Ecommerce continues to take a bigger share of retail sales, according to government data released today. Learn more about the trend.
Ecommerce accounts for an ever-increasing share of total retail sales, growing by 2.7 percent in the first quarter of 2013 - more than double the 1.1 percent increase for total retail sales, according to Commerce Department data released today.
Consumers spent $61.2 billion on Internet shopping in the first quarter, an increase of 15.2 percent compared to the first quarter of 2012, according to the Commerce Department. Over the same period, total retail sales grew by 3.7 percent to more than $1.1 trillion.
Click here for more information about ecommerce trends in the fourth quarter of last year.
Internet-based transactions now account for 5.5 percent of total retail sales, according to the Commerce Department, while last year at this time, ecommerce made up 4.9 percent. Experts say mobile technology is helping to drive the trend.
“Mobile shopping—particularly on tablet devices—is having an outsize impact on the ecommerce world, contributing to an increasing share of U.S. retail ecommerce sales and exerting more influence on overall retail sales,” according to a recent report from eMarketer, a company tracking the digital marketing industry. The firm predicts mobile sales – or “mcommerce” will account for 15 percent of ecommerce this year - up from 11 percent in 2012 - and expects the share to rise to 25 percent by 2017. The estimates exclude purchases of travel services and event tickets.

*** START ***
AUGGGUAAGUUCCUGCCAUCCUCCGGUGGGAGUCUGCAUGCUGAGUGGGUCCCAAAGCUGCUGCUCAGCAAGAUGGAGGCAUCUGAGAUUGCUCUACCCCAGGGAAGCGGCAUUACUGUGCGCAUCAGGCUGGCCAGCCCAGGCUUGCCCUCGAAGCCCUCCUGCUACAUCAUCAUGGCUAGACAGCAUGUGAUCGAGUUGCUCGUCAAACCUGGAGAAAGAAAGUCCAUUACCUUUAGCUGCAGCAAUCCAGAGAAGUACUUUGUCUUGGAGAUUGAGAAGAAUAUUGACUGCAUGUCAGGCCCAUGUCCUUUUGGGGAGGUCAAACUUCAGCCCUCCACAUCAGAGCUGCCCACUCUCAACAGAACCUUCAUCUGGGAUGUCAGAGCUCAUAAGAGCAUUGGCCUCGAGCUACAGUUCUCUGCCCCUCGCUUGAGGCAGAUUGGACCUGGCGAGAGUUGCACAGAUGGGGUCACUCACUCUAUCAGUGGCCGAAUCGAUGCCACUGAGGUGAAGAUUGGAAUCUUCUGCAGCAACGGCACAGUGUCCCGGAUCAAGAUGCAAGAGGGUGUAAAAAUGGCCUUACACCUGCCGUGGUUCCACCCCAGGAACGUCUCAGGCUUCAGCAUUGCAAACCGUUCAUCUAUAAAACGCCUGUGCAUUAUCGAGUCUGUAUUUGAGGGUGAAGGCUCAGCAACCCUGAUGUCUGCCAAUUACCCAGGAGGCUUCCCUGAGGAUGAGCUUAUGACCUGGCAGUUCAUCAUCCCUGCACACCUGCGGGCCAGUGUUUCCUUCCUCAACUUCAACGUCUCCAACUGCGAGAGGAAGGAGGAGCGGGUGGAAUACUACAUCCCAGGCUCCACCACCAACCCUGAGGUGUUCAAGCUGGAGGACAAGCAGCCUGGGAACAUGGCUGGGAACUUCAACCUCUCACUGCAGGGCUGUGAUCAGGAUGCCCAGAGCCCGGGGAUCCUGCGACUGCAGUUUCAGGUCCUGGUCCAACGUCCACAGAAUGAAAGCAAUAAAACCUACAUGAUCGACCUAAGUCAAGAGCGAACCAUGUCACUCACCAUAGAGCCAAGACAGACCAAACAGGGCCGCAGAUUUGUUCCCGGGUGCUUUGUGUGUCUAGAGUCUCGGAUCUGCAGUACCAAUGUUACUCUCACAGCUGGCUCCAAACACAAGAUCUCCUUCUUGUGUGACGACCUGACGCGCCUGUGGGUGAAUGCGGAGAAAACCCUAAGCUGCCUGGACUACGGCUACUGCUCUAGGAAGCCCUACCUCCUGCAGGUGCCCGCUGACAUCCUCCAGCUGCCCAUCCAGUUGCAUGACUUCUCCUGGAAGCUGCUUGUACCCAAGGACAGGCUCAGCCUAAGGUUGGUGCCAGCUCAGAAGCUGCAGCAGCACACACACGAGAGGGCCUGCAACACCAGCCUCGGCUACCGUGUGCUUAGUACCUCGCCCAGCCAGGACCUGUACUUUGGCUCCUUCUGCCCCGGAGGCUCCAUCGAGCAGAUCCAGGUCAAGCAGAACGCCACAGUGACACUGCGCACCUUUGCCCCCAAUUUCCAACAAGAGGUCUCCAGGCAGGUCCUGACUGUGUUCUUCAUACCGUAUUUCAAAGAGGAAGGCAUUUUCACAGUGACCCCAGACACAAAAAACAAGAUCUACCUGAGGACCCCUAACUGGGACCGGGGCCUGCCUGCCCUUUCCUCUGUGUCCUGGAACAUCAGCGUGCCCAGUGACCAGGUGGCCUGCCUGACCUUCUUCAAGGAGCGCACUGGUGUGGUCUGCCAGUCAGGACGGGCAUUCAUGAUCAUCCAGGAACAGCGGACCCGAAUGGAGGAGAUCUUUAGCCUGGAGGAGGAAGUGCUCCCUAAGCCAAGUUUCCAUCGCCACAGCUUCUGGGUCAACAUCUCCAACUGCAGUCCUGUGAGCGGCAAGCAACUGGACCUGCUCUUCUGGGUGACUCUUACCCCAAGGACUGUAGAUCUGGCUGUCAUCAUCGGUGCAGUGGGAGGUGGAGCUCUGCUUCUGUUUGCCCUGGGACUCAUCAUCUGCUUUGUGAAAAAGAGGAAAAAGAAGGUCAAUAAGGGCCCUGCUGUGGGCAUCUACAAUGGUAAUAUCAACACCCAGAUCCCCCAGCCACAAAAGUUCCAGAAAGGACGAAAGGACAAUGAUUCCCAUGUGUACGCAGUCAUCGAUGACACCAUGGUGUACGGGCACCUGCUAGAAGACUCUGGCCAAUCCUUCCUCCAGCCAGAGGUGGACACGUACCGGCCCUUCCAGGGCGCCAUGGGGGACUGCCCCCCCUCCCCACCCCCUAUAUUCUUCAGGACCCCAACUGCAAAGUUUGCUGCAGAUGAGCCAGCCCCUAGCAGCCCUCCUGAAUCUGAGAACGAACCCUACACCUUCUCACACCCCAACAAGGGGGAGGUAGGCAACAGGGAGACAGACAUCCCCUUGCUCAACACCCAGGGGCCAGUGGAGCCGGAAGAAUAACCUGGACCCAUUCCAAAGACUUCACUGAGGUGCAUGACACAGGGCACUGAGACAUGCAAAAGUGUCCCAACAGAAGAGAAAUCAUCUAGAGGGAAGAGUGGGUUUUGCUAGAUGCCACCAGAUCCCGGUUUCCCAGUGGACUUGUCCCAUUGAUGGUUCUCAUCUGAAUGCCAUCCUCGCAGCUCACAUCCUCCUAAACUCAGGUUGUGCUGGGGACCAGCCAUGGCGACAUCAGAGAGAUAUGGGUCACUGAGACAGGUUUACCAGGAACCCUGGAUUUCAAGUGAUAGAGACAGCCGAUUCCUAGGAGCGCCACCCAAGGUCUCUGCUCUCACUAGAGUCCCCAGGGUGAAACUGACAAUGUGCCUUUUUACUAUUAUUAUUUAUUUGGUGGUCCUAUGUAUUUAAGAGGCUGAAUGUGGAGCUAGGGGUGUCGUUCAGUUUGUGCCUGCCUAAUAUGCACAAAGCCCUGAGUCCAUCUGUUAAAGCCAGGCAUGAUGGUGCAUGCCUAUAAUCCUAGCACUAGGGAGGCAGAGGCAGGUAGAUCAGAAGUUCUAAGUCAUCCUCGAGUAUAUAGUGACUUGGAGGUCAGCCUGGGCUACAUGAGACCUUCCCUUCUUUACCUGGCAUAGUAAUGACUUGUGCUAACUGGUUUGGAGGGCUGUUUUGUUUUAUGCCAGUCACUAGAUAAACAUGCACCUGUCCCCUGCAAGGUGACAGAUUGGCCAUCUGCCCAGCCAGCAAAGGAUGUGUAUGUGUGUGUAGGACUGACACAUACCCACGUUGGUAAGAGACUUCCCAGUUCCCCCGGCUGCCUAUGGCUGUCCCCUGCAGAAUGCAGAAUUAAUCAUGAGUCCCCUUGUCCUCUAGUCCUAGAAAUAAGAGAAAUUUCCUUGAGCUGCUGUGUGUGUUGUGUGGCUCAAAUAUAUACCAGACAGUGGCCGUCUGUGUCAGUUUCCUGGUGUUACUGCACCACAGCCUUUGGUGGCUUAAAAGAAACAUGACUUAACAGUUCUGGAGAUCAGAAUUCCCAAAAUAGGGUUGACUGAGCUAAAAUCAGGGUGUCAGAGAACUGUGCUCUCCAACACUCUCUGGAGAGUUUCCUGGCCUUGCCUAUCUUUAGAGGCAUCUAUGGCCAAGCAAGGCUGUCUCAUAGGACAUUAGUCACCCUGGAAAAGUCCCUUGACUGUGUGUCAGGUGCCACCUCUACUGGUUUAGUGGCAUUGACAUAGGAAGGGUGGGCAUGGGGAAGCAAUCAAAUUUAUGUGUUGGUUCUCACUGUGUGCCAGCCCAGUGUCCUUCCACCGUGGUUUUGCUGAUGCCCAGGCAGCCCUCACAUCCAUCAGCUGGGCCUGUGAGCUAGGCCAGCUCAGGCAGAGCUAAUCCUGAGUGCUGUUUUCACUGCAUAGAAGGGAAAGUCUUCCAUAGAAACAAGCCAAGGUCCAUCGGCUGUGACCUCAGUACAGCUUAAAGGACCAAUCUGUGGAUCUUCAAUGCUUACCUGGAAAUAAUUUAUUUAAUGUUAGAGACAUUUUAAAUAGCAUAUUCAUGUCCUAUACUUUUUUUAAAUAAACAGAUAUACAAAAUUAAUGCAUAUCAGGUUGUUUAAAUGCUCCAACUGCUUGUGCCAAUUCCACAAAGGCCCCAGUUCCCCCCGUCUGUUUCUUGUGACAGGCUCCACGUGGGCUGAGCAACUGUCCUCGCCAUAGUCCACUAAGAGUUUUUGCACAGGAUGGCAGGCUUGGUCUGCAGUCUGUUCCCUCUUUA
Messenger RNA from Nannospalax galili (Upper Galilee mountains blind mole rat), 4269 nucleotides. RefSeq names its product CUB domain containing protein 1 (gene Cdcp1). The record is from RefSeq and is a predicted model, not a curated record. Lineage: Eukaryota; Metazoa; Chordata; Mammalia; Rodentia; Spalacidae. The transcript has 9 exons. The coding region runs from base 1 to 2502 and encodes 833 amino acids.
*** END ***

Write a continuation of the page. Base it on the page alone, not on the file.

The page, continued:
More than half of mcommerce transactions will be conducted via tablet, and roughly one-third will be made via smartphone this year, according to eMarketer projections. “Tablet users have the greater presence among digital buyers. Having a tablet almost guarantees that the person uses it for ecommerce,” according to the company.
Tablets drive commerce by stimulating “incremental purchases that stem from impulse buying,” according to eMarketer. Mobile devices also extend the shopping day and free consumers from their desktops or stores.
What other financial services do smartphone users seek? Click here to find out.
One possible headwind to ecommerce growth could be new taxes on Internet transactions, Gian Fulgoni, chairman of ComScore, a digital analytics company, said in a statement last week. “One wild card is the possible enactment of legislation requiring state sales taxes to be collected on every ecommerce transaction – which would reduce the Internet’s traditional price advantage and possibly dilute the channel’s growth rate.”